BRIGHT FUTURE – Review by Diane Carson

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Bright Future slyly reveals contemporary Japanese society.

Japanese director Kiyoshi Kurosawa is a sly director, relating simple stories, part reality and part fantasy, with a straightforward approach. And yet he embeds astute social commentary in narrative details, as he does exceptionally well in Bright Future (2003) set in present-day Tokyo. In it, Kurosawa tells a meandering tale that reveals the many reasons for the central character’s aimlessness.

Friends and co-workers Yuji Nimura and Mamoru Arita bond over their fascination with a beautiful, venomous red jellyfish and hatred of their boss Fujiwara. Working at a hand towel (oshibori) factory, they decide to kill Fujiwara, and, without revealing important details here, Mamoru goes to prison for it. Soon, Yuji is taken in by Mamoru’s father, who runs his own electronics salvage business. The jellyfish escapes, multiplies, and, in a beautiful scene, hundreds of iridescent, glowing jellyfish travel the Sumida River toward the ocean.

Events provide the structure on which to expose ideas about this world, most significantly that technology dwarfs people as it does at the laundry and the recycling business. Everything seems to need excessive repair and attention, the symbolic jellyfish included. Families figure into the diverse interaction, and yet Mamoru’s divorced father admits he hasn’t seen his son in five years, Yuji’s sister comes and goes only casually involved. A lawyer seems disinterested in defending an accused man, and news reports on televisions in the background report economic downturns amid concerns. Mamoru’s father and Yuji ride in a car separated by a solid black barrier on screen between them. And a group of seven teenagers, all wearing Che Guevara t-shirts, run riot through an office crowded with computers as the camera translates the frenzy to unfettered, wild movement stopped immediately by the arrival of police.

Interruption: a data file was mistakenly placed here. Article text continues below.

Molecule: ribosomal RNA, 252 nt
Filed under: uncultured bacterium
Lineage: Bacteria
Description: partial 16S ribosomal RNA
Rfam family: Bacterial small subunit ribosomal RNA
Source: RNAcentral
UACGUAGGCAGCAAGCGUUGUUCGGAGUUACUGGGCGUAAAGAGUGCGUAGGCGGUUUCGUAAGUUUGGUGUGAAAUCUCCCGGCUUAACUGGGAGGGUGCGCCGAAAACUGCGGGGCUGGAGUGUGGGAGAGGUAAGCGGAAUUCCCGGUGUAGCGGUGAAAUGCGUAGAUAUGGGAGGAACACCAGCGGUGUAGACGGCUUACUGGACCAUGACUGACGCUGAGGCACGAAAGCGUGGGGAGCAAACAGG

Meantime the story of Fujiwara’s murder unfolds, though it becomes secondary to implicit critiques, channeled at times through the symbolism of the jellyfish. Canted angles convey this unbalanced world of nihilistic, lost youth as toxic as their pet jellyfish. In Japanese with English subtitles, Bright Future is available through the KimStim website.

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Diane Carson

Diane Carson, Ph.D., Professor Emerita, has reviewed films for over 25 years and has covered the Cannes, Telluride, Toronto, Palm Springs, and Sundance festivals. She writes for KDHX, 88.1 FM. St. Louis’ community radio. One of the founders of the St. Louis International Film Festival, she continues to serve on juries. A past president of the University Film and Video Association, she taught film studies and production at St. Louis Community College and at Webster University. Her new book, written with two colleagues, is “Appetites and Anxieties: Food, Film, and the Politics of Representation,” Wayne State U. Press, 2014.